Tysons Growth Spurt Approved

Tysons Growth Spurt Approved

The Orvis Company is not a store. It is an “outfitter” that sells “country living” clothes and fly fishing equipment from a small, dated building on a hill overlooking the intersection of Routes 7 and 123 at Tysons Corner.

But beginning in 1952, before Vienna homeowners had Subzero freezers in their kitchens, it was family-owned Tysons Frozen Food Locker, where Vienna resident Frank Gadell and his 10 children sold refrigerated slabs of prime and choice Grade A beef from Sioux City, Iowa.

He also rented freezer space and dressed out 1,000 to 1,500 locally-harvested deer every year, setting a record of 2,000 deer in 1965.

For Gadell, 82, that was “just the other day.”

The farm called Maplewood, just north of the Food Locker on Route 123, was later to become Tysons Corner. In 1962, it was expected to become world’s largest shopping center, at the confluence of Route 123, Route 7 and I-495.

On Monday, Tysons Corner cleared the last governmental hurdle to building out the 106-acre parcel known as Tysons II, which includes the Galleria and the Ritz Carlton Hotel.

A final development plan that will bring commuter rail service to the intersection of Route 123/Dolley Madison Boulevard and Tysons Boulevard, near the site of the former Maplewood Farm, was approved Monday by a unanimous 8-0 vote by the Fairfax County Board of Supervisors.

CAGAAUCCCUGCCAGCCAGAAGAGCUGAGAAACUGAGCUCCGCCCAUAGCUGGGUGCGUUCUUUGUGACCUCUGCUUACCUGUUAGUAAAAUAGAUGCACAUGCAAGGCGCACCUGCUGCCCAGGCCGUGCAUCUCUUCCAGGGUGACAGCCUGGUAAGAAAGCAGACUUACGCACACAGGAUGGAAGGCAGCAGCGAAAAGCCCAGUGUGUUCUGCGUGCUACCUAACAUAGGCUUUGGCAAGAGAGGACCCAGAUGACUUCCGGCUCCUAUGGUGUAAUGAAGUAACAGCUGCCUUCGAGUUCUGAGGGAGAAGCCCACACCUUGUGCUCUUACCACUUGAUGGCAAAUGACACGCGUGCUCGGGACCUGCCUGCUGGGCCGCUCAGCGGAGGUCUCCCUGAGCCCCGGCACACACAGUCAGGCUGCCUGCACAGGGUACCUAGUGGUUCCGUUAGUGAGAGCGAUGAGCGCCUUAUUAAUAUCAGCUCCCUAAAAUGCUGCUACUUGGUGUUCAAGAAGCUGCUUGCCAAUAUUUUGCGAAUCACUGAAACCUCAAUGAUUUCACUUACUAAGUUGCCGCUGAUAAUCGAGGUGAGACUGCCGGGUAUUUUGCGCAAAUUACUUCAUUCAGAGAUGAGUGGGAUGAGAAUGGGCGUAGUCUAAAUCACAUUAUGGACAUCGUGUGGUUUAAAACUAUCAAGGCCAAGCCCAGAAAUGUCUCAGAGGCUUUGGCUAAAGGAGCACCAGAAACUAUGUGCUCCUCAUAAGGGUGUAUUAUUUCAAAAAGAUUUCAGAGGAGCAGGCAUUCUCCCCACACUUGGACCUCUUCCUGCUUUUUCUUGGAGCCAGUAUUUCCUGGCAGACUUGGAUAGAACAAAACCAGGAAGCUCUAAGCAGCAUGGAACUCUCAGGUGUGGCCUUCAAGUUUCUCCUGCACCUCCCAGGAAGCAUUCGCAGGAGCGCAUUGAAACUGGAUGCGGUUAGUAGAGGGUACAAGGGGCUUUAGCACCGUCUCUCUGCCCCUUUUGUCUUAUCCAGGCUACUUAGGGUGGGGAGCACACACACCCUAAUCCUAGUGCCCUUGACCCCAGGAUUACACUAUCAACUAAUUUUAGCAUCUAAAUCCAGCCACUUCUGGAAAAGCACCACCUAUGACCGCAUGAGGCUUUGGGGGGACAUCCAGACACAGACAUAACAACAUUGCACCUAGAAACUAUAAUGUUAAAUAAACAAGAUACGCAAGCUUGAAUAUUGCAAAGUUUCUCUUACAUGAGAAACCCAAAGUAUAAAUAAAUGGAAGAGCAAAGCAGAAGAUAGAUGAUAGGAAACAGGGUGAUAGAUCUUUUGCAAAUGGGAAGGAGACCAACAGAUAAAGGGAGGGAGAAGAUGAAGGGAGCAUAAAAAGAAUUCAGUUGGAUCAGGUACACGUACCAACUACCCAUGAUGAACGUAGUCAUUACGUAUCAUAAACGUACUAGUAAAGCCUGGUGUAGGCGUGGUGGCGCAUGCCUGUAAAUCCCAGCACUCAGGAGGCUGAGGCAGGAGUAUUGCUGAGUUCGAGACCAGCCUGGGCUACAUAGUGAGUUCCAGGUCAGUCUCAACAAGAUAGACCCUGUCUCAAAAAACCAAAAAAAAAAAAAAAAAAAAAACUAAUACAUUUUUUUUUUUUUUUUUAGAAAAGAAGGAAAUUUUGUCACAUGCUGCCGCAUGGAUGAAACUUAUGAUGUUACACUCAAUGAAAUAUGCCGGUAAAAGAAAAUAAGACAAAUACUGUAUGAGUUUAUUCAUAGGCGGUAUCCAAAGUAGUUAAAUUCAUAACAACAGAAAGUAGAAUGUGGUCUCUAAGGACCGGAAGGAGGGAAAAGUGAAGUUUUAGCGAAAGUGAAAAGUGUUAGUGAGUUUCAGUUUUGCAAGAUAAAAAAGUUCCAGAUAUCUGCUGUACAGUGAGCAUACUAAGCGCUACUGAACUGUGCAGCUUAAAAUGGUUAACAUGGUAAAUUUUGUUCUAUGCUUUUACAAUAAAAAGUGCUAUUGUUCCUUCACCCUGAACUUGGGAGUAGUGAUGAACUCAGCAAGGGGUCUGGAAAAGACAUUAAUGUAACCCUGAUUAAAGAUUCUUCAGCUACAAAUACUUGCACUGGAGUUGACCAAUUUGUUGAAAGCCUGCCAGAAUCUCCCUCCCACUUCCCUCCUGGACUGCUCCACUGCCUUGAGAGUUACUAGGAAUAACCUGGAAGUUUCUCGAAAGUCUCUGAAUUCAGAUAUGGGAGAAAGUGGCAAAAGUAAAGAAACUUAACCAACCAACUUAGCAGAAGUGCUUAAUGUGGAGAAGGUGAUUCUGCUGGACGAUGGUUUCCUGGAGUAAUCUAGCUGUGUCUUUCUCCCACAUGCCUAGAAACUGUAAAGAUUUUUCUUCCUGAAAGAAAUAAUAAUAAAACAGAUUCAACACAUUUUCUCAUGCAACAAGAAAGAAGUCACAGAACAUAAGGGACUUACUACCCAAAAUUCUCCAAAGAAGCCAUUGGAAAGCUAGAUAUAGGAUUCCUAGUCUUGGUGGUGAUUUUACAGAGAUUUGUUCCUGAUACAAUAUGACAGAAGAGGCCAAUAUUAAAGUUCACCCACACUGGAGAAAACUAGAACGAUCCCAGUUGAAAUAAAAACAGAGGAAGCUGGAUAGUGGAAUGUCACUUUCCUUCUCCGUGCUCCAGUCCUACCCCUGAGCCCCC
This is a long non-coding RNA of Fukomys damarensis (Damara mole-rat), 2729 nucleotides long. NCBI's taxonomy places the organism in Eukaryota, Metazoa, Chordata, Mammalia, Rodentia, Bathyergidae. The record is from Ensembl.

The application had been tweaked since it was denied by the Fairfax County Planning Commission on April 3. One change is that buses will offload passengers in a dedicated turnout lane on Route 123 instead of Tysons Boulevard.

OTHER CHANGES PROVIDE alternate funding sources for $100,000 to manage “transportation demand,” to encourage use of public transportation. Pedestrian trails were widened from six to eight feet.

Tysons II Land will contribute $5 million to pay for a fourth through lane on Route 123.

At Monday's public hearing, five of nine speakers did not appear; two presidents of chambers of commerce sent letters instead.

Bill Lecos, president of the Fairfax County Chamber of Commerce, said the plan “is not a choice of great versus nothing,” but a chance to add almost 2 million square feet for “something better” than what is already approved.

The plan will bring the “living, vibrant, vital downtown that this community needs to continue to grow,” he said.

Questions about federal funding, which contributed to the Planning Commission’s nay vote on April 3, were also raised after Monday’s public hearing.

“The great fear is that density comes and rail never comes. I am still skeptical on whether we’re going to get funded for rail or not,” said Dranesville District Supervisor Stuart Mendelsohn (R).

“We’re all trying to shoot for the six-year authorization Congress is going to shoot for this year.”

A Full Funding Grant Agreement (FFGA) from the federal government would have to be in place by 2005 for the developer to proceed.

After that, if rail is not in place by the year 2019, however, the developer could still proceed with the density.

“The FFGA will take care of funding for the “acceptable operable segment required” by the federal government, said Young Ho Chang, director of Fairfax County’s Department of Transportation. “That’s their commitment.”